A few weeks ago the reverse ferrets were coming fast and although the pace has slowed somewhat under the new PM, changes are still afoot as new government ministers get their feet under the table and tackle to the work to be done. One of the last question marks is the abandonment of the objective of 300,000 homes for scrapping. I know, it’s confusing.
As prime minister, Liz Truss was far from happy with what she called “Stalinist” housing goals. But now Michael Gove has re-committed himself to the target. Are we all following?
Now I know there is a housing shortage in this country. But, and bear with me here, abandoning the target wasn’t a bad thing. Obviously, we have a problem in this country and we need a plan to solve it, but goals without a proper strategy won’t get us to the right end result.
Putting big targets and promises on housing construction could be a vote winner (although I suspect the housing minister’s turmoil of the last decade has left plenty of doubts about the promises), but the target is too narrow. And stubborn focus only on the target will simply leave other holes in the system.
We don’t just need lots of new homes on greenfield sites aimed at first-time buyers, it’s a blind focus that ignores the big picture. These houses, and houses for families, already exist. They are simply occupied by the wrong people; those who would like to move and cannot find suitable accommodation to move into. Free up all those houses and you bring the much-needed fluidity to the market.
A recent report by BNP Paris Real Estate focused on the shortage of senior housing – nearly half a million is needed to make up for the lack of supply as it stands. And that’s not taking into account the projected 31% increase in over-65s over the next 15 years. Our aging population is growing, but the current housing stock, or even the government’s plans for future housing stock, take no account of this changing population. Which is frankly amazing.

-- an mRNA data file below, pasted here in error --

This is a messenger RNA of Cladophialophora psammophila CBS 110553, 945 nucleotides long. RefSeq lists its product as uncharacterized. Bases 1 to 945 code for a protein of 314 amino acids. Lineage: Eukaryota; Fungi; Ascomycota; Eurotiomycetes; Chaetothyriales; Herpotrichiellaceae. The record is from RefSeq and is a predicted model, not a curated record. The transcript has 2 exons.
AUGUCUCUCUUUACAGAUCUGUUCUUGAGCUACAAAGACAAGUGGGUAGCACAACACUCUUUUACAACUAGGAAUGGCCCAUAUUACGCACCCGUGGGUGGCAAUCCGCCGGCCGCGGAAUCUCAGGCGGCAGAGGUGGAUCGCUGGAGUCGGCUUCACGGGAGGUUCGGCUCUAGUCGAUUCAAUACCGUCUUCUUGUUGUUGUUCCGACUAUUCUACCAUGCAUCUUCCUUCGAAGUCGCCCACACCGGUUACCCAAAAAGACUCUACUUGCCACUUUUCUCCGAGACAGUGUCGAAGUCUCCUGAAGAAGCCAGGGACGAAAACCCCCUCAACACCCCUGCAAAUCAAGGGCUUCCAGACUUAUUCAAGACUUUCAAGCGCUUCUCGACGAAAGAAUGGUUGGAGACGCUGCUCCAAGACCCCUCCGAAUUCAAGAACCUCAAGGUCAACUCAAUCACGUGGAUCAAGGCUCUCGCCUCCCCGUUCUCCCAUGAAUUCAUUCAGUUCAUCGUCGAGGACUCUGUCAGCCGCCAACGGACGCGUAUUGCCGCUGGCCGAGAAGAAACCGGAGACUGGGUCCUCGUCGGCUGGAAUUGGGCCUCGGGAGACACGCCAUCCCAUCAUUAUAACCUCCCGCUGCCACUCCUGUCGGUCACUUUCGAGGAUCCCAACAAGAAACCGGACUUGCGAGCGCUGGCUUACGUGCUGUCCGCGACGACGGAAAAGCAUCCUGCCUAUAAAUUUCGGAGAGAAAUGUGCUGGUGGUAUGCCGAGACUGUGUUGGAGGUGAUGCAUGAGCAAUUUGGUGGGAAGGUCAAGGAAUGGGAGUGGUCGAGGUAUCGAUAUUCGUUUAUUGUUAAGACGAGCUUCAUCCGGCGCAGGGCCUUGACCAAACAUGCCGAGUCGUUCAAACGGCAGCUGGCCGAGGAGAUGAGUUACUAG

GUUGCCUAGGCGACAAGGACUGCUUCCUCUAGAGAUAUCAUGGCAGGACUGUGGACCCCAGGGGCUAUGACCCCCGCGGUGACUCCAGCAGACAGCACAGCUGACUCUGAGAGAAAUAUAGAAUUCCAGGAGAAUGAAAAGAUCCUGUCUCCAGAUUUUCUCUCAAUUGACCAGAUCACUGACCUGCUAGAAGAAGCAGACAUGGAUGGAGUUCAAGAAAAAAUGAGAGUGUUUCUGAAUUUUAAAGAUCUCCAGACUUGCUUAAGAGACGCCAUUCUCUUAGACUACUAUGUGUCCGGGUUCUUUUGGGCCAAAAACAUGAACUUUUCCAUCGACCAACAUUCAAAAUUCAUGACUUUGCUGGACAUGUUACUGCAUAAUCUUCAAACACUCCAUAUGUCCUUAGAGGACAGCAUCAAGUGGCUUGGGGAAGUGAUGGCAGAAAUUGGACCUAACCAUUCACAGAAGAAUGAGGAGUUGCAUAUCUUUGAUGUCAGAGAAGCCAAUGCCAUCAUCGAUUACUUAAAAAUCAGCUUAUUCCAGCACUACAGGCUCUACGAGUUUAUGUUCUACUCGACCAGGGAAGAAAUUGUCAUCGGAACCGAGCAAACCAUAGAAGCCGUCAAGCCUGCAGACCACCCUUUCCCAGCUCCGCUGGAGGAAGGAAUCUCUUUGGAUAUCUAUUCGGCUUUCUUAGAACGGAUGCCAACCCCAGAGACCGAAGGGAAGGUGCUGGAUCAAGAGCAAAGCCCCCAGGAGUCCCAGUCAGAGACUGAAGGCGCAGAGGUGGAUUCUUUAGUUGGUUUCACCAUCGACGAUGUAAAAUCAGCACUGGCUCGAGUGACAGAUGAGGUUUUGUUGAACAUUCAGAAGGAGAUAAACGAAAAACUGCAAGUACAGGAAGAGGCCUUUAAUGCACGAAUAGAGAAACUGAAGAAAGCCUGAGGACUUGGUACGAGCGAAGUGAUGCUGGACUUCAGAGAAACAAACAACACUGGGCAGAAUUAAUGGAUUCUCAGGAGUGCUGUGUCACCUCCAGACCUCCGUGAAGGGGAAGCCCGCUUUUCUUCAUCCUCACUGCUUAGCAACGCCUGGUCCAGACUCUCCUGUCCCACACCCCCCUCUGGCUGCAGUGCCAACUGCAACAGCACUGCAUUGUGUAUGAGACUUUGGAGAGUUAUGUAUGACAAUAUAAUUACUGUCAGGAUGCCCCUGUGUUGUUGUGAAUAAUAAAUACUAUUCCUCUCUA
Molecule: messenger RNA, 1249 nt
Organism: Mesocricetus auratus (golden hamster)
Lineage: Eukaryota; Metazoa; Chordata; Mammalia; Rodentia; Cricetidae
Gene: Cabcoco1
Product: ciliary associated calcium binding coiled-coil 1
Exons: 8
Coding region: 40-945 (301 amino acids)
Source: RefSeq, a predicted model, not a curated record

A focus and commitment to specialty housing would meet growing demand and flood the market with hundreds of thousands of larger homes for families, which in turn would free up properties for first-time buyers. A positive point for the whole market.
It may at first seem like it’s just shifting the focus, but that’s not the whole story. There are multiple benefits in favoring specialized housing for seniors, with care and equipment favoring well-being included in the offer. It frees up homes. This relieves pressure on the NHS and social care systems. And most importantly, in a time of financial hardship, it doesn’t need Treasury money to happen. Reforms to planning laws to speed up the construction of these retirement communities would do more to drive chains than anything coming out of the treasury coffers.
Our current political environment makes it nearly impossible to keep abreast of policies that will be launched, officially proposed and, heaven forbid, actually implemented. All I can ask is that the powers that be are considering at least a victory where there is one. Simply building more than one type of house, even if it hits the 300,000 goal, which let’s be clear is unlikely, will not solve our housing stock challenges.
And, if anything, that could mean that at least a U-turn doesn’t make us dizzy.